Are there specific SOLES faculty, staff or administrators you feel have contributed significantly to your success?

Ana Estrada and Ronn Johnson have served as outstanding faculty mentors over the course of my time spent at SOLES. I feel at ease seeking guidance, professional or otherwise, from each of these individuals and respect their experience and expertise in the field. Each has provided me with research experience, allowing me to integrate my personal interests and preferences when appropriate, and they serve as wonderful sounding boards for any concerns or fears I may have. Ultimately, I feel they respect their students as future professionals and treat SOLES students as colleagues. I appreciate their confidence in their students and the respect they hold for us.

What are your plans for after graduation?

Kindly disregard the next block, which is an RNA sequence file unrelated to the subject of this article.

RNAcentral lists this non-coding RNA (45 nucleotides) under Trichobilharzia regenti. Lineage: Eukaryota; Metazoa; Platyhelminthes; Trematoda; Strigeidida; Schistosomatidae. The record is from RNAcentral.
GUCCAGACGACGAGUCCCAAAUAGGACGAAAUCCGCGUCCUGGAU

After graduation I look forward to obtaining my two-year internship that will enable me to apply for state licensure. Following my licensure, my dream is to work for a junior college, or four-year university, in a counseling position. I would love to arrive on a higher education campus each morning and work with individuals who are grappling with difficult life circumstances that are frequently present at the onset of adulthood. Further down the line in my career I would love to open a private practice.

Is there anything else you would like to share with prospective students?

Ultimately, your experience as a SOLES student is what you make of it. Each student has the opportunity to tailor their academic experience and propel himself or herself into the workforce if they so chose. Take advantage of all the opportunities that will surround you and pursue your goals aggressively. The SOLES family will provide an immense amount of support and guidance throughout this journey, so, as a wise friend once said, "Dare greatly!"